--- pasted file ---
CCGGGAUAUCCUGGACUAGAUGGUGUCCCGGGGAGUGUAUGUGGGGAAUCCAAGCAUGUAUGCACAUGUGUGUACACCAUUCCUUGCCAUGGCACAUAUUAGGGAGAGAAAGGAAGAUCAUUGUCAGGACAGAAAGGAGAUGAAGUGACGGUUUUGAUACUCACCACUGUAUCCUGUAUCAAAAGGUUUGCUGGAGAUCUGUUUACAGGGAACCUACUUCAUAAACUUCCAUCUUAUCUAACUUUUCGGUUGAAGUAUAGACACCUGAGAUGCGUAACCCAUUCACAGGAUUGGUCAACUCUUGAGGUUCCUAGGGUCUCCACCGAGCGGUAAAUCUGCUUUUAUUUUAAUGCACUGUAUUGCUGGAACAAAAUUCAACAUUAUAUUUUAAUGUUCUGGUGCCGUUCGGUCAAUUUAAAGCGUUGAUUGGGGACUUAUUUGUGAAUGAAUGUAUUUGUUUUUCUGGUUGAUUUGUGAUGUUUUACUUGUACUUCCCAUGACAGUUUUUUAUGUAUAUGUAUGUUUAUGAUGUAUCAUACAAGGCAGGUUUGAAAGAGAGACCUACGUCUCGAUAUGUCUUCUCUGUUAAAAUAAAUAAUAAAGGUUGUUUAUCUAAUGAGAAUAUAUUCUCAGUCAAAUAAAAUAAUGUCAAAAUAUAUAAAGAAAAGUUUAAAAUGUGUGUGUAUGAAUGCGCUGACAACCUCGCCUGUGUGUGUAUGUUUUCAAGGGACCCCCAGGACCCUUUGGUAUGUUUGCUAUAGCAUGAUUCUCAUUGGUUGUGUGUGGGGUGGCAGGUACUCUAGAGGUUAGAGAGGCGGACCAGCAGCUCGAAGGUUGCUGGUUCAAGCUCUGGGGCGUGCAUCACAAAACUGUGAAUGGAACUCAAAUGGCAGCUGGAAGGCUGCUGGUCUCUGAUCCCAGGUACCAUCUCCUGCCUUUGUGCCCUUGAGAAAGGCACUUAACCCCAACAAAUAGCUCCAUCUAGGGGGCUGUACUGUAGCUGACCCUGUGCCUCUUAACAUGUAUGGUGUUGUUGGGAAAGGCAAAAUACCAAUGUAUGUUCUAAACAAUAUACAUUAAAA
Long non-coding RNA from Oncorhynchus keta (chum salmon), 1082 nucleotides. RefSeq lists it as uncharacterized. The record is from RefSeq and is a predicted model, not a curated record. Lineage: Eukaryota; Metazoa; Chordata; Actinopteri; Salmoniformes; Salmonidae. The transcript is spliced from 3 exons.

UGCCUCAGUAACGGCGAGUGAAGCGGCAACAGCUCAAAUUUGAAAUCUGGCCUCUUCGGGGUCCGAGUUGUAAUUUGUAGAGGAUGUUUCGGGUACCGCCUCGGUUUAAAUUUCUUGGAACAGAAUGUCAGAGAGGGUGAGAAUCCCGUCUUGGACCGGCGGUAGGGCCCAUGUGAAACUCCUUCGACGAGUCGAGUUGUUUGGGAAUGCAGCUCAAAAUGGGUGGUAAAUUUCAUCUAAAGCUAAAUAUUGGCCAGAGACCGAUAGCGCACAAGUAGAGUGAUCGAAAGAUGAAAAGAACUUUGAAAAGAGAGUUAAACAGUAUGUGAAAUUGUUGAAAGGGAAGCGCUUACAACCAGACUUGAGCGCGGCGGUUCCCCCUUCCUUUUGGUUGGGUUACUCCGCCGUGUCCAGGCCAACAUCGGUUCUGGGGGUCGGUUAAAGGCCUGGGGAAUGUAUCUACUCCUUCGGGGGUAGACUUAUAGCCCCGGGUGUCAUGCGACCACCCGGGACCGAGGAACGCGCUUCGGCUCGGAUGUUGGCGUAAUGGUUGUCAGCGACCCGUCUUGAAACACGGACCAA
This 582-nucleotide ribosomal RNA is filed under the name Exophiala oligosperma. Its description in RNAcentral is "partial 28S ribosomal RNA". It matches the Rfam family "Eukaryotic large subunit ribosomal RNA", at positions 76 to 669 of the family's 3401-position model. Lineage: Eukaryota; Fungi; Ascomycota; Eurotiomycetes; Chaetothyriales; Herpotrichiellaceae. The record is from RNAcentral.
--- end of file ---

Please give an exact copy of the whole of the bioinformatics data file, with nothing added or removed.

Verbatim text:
CCGGGAUAUCCUGGACUAGAUGGUGUCCCGGGGAGUGUAUGUGGGGAAUCCAAGCAUGUAUGCACAUGUGUGUACACCAUUCCUUGCCAUGGCACAUAUUAGGGAGAGAAAGGAAGAUCAUUGUCAGGACAGAAAGGAGAUGAAGUGACGGUUUUGAUACUCACCACUGUAUCCUGUAUCAAAAGGUUUGCUGGAGAUCUGUUUACAGGGAACCUACUUCAUAAACUUCCAUCUUAUCUAACUUUUCGGUUGAAGUAUAGACACCUGAGAUGCGUAACCCAUUCACAGGAUUGGUCAACUCUUGAGGUUCCUAGGGUCUCCACCGAGCGGUAAAUCUGCUUUUAUUUUAAUGCACUGUAUUGCUGGAACAAAAUUCAACAUUAUAUUUUAAUGUUCUGGUGCCGUUCGGUCAAUUUAAAGCGUUGAUUGGGGACUUAUUUGUGAAUGAAUGUAUUUGUUUUUCUGGUUGAUUUGUGAUGUUUUACUUGUACUUCCCAUGACAGUUUUUUAUGUAUAUGUAUGUUUAUGAUGUAUCAUACAAGGCAGGUUUGAAAGAGAGACCUACGUCUCGAUAUGUCUUCUCUGUUAAAAUAAAUAAUAAAGGUUGUUUAUCUAAUGAGAAUAUAUUCUCAGUCAAAUAAAAUAAUGUCAAAAUAUAUAAAGAAAAGUUUAAAAUGUGUGUGUAUGAAUGCGCUGACAACCUCGCCUGUGUGUGUAUGUUUUCAAGGGACCCCCAGGACCCUUUGGUAUGUUUGCUAUAGCAUGAUUCUCAUUGGUUGUGUGUGGGGUGGCAGGUACUCUAGAGGUUAGAGAGGCGGACCAGCAGCUCGAAGGUUGCUGGUUCAAGCUCUGGGGCGUGCAUCACAAAACUGUGAAUGGAACUCAAAUGGCAGCUGGAAGGCUGCUGGUCUCUGAUCCCAGGUACCAUCUCCUGCCUUUGUGCCCUUGAGAAAGGCACUUAACCCCAACAAAUAGCUCCAUCUAGGGGGCUGUACUGUAGCUGACCCUGUGCCUCUUAACAUGUAUGGUGUUGUUGGGAAAGGCAAAAUACCAAUGUAUGUUCUAAACAAUAUACAUUAAAA
Long non-coding RNA from Oncorhynchus keta (chum salmon), 1082 nucleotides. RefSeq lists it as uncharacterized. The record is from RefSeq and is a predicted model, not a curated record. Lineage: Eukaryota; Metazoa; Chordata; Actinopteri; Salmoniformes; Salmonidae. The transcript is spliced from 3 exons.

UGCCUCAGUAACGGCGAGUGAAGCGGCAACAGCUCAAAUUUGAAAUCUGGCCUCUUCGGGGUCCGAGUUGUAAUUUGUAGAGGAUGUUUCGGGUACCGCCUCGGUUUAAAUUUCUUGGAACAGAAUGUCAGAGAGGGUGAGAAUCCCGUCUUGGACCGGCGGUAGGGCCCAUGUGAAACUCCUUCGACGAGUCGAGUUGUUUGGGAAUGCAGCUCAAAAUGGGUGGUAAAUUUCAUCUAAAGCUAAAUAUUGGCCAGAGACCGAUAGCGCACAAGUAGAGUGAUCGAAAGAUGAAAAGAACUUUGAAAAGAGAGUUAAACAGUAUGUGAAAUUGUUGAAAGGGAAGCGCUUACAACCAGACUUGAGCGCGGCGGUUCCCCCUUCCUUUUGGUUGGGUUACUCCGCCGUGUCCAGGCCAACAUCGGUUCUGGGGGUCGGUUAAAGGCCUGGGGAAUGUAUCUACUCCUUCGGGGGUAGACUUAUAGCCCCGGGUGUCAUGCGACCACCCGGGACCGAGGAACGCGCUUCGGCUCGGAUGUUGGCGUAAUGGUUGUCAGCGACCCGUCUUGAAACACGGACCAA
This 582-nucleotide ribosomal RNA is filed under the name Exophiala oligosperma. Its description in RNAcentral is "partial 28S ribosomal RNA". It matches the Rfam family "Eukaryotic large subunit ribosomal RNA", at positions 76 to 669 of the family's 3401-position model. Lineage: Eukaryota; Fungi; Ascomycota; Eurotiomycetes; Chaetothyriales; Herpotrichiellaceae. The record is from RNAcentral.